Enjoy a culinary cruise on Lake Lucerne (Lucerne Tourism Board)

Arguably the tastiest mode of transport in the Lucerne region is the so-called ‘Fondue Ship’, running from October to December. This culinary cruise combines an elegant evening’s trip around the lake by handsome steamboat with two of the country’s most delicious dairy dishes: classic gooey fondue and raclette, where you melt cheese under a grill before slathering it all over your potatoes, bread, meat and more. All the food is unlimited while you’re aboard, though be sure to take time out from the table to digest on deck, with magical views. If you're not around for the Fondue Ship though, there are other culinary cruises to sate your appetite: From April to November, you can enjoy a candlelit cruise with dinner; from May to September you can enjoy a burger cruise; and every day you can enjoy a dessert cruise, where tea and cake awaits.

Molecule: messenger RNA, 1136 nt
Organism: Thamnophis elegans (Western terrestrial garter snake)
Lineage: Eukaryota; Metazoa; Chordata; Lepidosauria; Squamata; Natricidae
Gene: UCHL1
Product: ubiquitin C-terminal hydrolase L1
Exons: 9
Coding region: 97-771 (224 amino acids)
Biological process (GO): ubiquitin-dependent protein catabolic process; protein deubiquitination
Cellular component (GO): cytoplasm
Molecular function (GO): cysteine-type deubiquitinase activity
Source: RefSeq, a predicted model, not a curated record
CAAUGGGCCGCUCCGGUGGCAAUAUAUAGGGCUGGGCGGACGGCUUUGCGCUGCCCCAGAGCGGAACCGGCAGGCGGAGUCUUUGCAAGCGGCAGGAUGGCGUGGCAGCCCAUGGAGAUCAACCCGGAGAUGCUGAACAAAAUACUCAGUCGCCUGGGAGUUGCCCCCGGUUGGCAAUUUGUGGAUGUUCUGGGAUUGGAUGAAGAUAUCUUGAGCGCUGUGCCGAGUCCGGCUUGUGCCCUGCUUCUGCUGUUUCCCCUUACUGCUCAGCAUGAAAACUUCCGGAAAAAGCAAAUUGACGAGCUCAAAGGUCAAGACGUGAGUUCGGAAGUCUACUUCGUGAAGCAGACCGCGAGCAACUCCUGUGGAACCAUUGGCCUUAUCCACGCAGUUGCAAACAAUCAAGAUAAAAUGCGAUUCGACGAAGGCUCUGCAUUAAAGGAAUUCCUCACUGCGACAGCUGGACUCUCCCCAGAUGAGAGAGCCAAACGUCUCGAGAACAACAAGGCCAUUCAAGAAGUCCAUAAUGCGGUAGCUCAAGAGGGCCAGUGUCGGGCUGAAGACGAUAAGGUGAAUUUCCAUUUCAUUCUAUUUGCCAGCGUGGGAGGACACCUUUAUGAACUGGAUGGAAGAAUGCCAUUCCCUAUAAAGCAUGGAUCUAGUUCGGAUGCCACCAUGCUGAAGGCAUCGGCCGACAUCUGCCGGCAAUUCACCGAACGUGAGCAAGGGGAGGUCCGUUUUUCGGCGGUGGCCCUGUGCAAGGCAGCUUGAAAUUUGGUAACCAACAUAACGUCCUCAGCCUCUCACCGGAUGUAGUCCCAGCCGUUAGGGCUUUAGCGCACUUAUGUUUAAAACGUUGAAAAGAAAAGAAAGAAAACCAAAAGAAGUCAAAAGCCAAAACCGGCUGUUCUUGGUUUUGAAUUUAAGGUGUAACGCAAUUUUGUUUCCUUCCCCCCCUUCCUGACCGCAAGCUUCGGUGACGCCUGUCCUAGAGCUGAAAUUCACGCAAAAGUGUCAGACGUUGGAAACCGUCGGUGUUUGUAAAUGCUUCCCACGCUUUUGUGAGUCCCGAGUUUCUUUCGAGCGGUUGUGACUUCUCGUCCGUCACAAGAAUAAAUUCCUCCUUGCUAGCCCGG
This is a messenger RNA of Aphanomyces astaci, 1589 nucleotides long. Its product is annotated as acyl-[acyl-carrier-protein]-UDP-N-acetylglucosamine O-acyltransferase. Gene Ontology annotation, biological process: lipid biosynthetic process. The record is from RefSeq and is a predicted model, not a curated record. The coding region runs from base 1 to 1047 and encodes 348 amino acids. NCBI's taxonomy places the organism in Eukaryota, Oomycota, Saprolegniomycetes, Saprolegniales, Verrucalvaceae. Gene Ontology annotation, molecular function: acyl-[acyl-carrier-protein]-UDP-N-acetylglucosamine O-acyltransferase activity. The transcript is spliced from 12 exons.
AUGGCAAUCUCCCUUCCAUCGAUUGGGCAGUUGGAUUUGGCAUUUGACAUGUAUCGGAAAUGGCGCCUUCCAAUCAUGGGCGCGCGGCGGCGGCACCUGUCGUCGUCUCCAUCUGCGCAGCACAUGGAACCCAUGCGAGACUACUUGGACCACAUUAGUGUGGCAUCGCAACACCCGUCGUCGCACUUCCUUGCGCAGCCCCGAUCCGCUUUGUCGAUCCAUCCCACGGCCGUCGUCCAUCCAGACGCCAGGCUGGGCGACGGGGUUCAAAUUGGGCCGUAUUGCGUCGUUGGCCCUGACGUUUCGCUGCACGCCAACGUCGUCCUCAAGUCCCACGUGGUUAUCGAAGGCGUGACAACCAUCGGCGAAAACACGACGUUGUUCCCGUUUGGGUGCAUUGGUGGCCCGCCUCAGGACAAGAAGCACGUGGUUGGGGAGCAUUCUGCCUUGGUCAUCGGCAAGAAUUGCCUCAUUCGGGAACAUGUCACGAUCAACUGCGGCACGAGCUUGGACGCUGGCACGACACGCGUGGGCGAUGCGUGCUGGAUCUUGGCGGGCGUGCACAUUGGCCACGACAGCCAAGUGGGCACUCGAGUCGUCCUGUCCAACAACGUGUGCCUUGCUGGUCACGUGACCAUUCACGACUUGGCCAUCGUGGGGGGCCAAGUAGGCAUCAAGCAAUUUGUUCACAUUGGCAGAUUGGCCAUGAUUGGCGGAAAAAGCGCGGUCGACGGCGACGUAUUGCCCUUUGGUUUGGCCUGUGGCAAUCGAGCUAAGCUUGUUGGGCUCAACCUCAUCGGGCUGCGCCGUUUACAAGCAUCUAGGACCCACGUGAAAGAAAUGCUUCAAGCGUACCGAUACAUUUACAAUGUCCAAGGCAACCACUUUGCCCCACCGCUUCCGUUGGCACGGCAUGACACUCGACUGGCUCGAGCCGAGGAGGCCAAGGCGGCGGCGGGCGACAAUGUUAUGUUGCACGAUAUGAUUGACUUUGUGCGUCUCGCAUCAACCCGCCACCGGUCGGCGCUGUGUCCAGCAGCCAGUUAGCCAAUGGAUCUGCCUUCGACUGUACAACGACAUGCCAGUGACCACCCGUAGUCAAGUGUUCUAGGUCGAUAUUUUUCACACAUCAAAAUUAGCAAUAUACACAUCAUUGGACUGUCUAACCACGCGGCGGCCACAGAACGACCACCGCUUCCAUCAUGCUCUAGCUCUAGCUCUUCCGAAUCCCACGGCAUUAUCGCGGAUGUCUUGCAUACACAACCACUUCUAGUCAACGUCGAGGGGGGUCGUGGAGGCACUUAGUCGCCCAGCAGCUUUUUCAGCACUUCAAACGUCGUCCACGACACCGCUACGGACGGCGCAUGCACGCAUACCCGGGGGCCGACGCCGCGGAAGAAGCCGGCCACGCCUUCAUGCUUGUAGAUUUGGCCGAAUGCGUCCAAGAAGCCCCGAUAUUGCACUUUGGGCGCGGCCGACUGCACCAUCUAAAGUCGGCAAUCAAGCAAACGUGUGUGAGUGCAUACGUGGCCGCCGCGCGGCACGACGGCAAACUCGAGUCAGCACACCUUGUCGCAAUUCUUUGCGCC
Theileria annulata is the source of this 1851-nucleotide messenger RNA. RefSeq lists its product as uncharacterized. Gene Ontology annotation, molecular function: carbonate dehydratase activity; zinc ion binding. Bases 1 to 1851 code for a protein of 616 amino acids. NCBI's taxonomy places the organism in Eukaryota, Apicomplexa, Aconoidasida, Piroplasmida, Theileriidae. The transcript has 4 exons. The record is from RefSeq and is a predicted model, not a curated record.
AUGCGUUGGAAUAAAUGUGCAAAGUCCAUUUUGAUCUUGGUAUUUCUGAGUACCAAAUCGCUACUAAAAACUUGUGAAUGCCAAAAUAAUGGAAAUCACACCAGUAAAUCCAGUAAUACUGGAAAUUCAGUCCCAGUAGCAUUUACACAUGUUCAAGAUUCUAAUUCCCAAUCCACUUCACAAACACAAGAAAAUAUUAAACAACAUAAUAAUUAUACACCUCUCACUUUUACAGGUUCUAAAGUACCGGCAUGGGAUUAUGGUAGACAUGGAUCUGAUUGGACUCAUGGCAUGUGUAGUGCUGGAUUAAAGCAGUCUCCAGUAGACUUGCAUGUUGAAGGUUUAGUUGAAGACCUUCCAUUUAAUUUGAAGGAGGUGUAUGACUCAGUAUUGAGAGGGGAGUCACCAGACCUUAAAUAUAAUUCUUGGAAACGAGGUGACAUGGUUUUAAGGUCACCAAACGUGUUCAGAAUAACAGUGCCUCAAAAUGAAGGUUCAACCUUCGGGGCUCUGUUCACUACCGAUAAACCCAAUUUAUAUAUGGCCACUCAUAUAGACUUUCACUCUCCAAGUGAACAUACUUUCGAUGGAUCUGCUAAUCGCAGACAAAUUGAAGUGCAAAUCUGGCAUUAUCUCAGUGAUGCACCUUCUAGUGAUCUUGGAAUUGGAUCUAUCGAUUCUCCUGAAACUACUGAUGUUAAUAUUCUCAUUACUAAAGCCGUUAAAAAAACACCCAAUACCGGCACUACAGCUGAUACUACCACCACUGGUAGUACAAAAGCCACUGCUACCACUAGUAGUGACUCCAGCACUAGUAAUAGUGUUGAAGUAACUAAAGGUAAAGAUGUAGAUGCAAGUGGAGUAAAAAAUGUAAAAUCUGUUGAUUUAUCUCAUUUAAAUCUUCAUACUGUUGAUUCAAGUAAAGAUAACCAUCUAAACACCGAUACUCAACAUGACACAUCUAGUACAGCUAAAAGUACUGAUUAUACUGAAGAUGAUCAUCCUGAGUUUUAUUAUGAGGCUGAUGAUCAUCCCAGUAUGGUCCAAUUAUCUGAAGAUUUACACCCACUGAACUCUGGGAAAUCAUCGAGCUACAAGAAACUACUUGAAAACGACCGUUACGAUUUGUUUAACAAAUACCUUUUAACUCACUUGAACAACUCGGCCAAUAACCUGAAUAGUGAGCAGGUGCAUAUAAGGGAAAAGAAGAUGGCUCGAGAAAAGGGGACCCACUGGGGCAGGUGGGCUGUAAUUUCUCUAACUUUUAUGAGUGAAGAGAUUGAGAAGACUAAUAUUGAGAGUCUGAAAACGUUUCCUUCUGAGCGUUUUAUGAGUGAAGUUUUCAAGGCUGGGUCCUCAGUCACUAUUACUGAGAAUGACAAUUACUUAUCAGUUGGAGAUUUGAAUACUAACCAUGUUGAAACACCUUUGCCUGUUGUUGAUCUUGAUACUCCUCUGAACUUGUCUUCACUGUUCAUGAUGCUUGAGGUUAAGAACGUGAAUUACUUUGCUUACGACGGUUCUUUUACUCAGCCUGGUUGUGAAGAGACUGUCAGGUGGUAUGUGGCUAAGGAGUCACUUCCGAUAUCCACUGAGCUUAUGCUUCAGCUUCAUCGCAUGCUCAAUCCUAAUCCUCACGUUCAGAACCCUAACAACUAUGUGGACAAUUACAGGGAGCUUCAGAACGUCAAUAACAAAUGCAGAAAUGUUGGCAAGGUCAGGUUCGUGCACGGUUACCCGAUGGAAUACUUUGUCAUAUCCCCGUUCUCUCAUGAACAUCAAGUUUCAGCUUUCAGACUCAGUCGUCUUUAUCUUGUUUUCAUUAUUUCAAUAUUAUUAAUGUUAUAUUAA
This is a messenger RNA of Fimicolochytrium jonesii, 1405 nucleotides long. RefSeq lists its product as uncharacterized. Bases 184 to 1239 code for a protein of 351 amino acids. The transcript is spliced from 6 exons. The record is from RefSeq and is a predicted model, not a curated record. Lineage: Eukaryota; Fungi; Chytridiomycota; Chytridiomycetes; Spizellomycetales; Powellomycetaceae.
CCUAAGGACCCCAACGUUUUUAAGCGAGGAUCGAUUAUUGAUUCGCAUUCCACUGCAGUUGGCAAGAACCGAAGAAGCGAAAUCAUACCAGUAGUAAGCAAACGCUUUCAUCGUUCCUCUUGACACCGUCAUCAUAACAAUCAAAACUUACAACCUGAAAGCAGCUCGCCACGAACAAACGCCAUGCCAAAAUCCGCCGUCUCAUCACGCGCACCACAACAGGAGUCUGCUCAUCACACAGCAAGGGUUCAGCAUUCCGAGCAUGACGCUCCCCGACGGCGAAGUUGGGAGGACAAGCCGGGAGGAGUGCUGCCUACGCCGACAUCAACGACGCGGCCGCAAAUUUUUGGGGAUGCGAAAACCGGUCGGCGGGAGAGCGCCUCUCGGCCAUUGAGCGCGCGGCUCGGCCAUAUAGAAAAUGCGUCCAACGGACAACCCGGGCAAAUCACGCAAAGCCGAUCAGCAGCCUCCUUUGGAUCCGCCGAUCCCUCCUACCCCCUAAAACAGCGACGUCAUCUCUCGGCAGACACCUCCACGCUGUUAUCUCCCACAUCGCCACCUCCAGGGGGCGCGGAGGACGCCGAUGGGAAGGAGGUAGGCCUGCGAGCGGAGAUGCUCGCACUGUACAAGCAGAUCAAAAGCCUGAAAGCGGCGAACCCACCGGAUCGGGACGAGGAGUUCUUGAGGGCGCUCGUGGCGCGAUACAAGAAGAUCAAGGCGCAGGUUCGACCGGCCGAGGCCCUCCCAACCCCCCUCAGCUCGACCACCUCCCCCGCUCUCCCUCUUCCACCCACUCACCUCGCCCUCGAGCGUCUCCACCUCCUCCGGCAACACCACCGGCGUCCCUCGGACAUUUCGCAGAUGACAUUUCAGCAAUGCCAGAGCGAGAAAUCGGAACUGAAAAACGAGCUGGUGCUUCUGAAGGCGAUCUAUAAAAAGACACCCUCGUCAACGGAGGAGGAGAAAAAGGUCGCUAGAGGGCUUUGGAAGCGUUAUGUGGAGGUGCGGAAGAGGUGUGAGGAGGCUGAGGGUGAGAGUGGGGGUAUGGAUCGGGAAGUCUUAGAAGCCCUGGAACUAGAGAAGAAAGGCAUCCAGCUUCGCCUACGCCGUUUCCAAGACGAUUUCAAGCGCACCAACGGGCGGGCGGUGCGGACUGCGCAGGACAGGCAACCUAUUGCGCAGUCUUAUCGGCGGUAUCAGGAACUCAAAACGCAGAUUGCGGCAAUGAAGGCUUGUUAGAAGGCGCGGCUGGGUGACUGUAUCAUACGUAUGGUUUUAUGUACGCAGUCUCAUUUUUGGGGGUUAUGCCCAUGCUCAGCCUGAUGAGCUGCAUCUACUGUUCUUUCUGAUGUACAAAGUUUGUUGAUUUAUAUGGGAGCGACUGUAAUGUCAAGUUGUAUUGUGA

3. Master Mount Pilatus

Mount Pilatus at sunrise (Pilatus Railway)

Mount Pilatus at sunrise (Pilatus Railway)

The massive massif dominating Lake Lucerne’s western edge is Mount Pilatus, so named because Pontius Pilate was reputedly buried there. That may be open to debate, but what isn’t is the fact that this 2,132m peak is home to the world’s steepest cogwheel railway. Opened in 1889, this gravity-flouting ride has an average gradient of 35%, with some stretches tilting at a vertiginous 48%. To get there from Lucerne, take a boat or train to Alpnachstad, from where the cogwheel takes around 30 minutes to grind scenically up to the top. Once there, you’ve entered a whole new alpine world. Perhaps head out on an ibex safari, stay at the summit-perched hotel or follow the family-friendly Dragon Trail to learn some of the legends of the mountain.

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Riding the train through Switzerland

Riding the train through Switzerland